Researchers Gather LGBTQ+ Stories of Resilience During the Pandemic
The COVID-19 pandemic exacted a brutal physical and mental toll on the world’s population, including many people in the LGBTQ community, especially transgender individuals, who have experienced extreme loneliness and isolation.
Molly Merryman, Ph.D., associate professor in Kent State’s School of Peace and Conflict Studies and founding director of the former Center for the Study of Gender and Sexuality, heard firsthand how the pandemic lockdowns in the United Kingdom had a profound impact on the LGBTQ community as part of a project titled Resilience During the Pandemic: LGBTQ+ Stories.
Merryman, who is also research director of Queer Britain/Virtually Queer, led a team gathering oral histories of LGBTQ residents in the U.K. and producing a video exhibit featured in the recently opened Queer Britain Museum in London and other venues in the U.K.
Merryman and Lauren Vachon, assistant professor in Kent State’s LGBTQ studies program and coordinator of the LGBTQ studies minor program, were instrumental in obtaining a $35,000 grant from the U.S. Department of State that supported the project exhibition, traveling to four cities throughout the U.K.
“We talked to LGBTQ people about their experiences related to the pandemic and how it was affecting their lives, with a specific interest in considerations related to their sexual orientation or gender identity and how it was impacting the community,” Merryman said. “Trans participants noted that it really impacted them not being able to get scheduled for transition because in those early days all medical things were shut down.”
Kent State Honors College graduate Moira Armstrong (they/them), who minored in LGBTQ studies, and other Kent State students assisted Merryman and Vachon with the interviews, as did students at Goldsmiths, University of London.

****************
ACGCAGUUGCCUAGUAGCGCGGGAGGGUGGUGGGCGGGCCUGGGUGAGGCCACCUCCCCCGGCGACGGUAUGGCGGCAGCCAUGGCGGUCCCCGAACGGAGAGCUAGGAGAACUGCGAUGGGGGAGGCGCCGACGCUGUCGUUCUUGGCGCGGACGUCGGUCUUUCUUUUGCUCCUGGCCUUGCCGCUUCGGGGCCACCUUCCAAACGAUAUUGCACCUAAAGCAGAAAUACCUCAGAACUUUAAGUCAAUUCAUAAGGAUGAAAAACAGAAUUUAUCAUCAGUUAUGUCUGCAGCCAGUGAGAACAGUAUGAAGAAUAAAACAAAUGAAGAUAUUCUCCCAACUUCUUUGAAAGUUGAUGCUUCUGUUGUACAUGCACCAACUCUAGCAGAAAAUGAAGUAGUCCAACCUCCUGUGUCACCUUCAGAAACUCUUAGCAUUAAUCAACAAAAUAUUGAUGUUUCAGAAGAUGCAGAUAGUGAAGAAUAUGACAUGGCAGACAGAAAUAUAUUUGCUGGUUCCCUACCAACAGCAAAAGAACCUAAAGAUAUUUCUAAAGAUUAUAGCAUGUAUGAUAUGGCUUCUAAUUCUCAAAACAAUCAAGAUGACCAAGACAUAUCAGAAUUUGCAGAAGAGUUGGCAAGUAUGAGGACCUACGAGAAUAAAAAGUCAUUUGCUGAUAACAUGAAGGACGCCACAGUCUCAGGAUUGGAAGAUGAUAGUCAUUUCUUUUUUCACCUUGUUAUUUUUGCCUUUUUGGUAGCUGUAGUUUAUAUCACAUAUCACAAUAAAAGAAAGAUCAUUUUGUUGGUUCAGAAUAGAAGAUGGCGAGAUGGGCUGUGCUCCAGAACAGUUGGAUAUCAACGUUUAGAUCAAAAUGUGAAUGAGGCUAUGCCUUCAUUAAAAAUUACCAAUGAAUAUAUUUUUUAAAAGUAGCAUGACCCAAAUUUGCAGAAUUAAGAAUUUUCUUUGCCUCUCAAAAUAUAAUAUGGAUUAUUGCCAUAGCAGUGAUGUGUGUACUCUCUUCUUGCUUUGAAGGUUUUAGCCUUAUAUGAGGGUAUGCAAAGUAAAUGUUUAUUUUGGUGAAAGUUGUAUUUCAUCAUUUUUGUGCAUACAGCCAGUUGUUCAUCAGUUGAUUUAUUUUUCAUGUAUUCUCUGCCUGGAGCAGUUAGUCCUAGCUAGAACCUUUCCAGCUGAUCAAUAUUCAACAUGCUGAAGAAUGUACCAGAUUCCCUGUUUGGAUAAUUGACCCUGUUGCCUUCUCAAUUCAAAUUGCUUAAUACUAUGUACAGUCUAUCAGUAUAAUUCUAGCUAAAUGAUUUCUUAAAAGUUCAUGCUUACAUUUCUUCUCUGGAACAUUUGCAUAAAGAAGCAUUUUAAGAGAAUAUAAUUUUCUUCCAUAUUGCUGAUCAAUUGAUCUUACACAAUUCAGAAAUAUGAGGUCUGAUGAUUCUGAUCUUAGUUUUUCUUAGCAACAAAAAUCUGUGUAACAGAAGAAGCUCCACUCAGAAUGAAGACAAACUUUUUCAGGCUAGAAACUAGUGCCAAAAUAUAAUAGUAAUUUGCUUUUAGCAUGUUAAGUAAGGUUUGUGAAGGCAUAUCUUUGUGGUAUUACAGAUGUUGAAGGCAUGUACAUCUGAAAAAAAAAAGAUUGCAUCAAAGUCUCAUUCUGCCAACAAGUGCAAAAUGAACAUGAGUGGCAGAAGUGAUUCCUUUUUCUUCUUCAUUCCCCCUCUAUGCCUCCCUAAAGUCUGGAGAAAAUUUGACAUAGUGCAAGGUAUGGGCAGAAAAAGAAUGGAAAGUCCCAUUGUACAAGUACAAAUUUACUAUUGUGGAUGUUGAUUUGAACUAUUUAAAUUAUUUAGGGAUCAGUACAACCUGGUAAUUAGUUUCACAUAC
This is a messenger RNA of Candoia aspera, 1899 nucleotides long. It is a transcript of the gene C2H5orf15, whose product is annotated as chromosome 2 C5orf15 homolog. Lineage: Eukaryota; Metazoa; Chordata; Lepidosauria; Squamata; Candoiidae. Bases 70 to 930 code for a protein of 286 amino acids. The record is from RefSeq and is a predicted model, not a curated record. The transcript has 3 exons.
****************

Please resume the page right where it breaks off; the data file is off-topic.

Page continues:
Though the project was not based in the U.S., the work elevates the profile of Kent State as well as the School of Peace and Conflict Studies, bringing them to the attention of the U.S. State Department and the rest of the world. The research elevates LGBTQ studies as well.
Since 2018, Merryman has been the research director for the Queer Britain Museum, a charity before it was built. The goal was to create the first national LGBTQ museum in the U.K. She began to create an ongoing video-based oral history project called Virtually Queer.
In May 2020, Merryman planned to take a group of undergraduate students from Kent State to do a series of interviews in Belfast and Northern Ireland for the museum. Then the pandemic hit.
She reached out to Vachon and a colleague at Goldsmiths and they began oral interviews with LGBTQ people in fall 2020 via Zoom. Kent State students were trained to conduct comprehensive interviews like those Vachon uses in her undergraduate Research Methods class, Merryman said.
Armstrong, who graduated in May 2022, did so well with the interviews that they became the project’s research assistant, Merryman said. They are now starting a graduate degree program at Birbeck, University of London, studying gender and sexuality, and they have stayed involved with Queer Britain.
Merryman and the team interviewed LGBTQ people throughout the U.K, including in Belfast, Northern Ireland and Wales. Resilience During the Pandemic: LGBTQ+ Stories was the first exhibition at the museum and will run from July until April 2023. The project was portable so it could be taken on trains or planes, and it had interactive touchscreens to encourage engagement with the videos.
Vachon also created a side project called Viral Verses, a collection of poetry and excerpts of transcripts from the interviews.
The U.S. Embassy in London was quite impressed with the work and held an event at the U.S. ambassador's residence to “build relationships and further international ties.”
“They were interested and very excited to know that we have a School of Peace and Conflict Studies, and that May 4th isn't just our past,” Merryman said. “As an institution, we have preserved the legacy of nonviolent, peaceful change. And one of the ways that we have preserved that legacy is through the School of Peace and Conflict Studies.”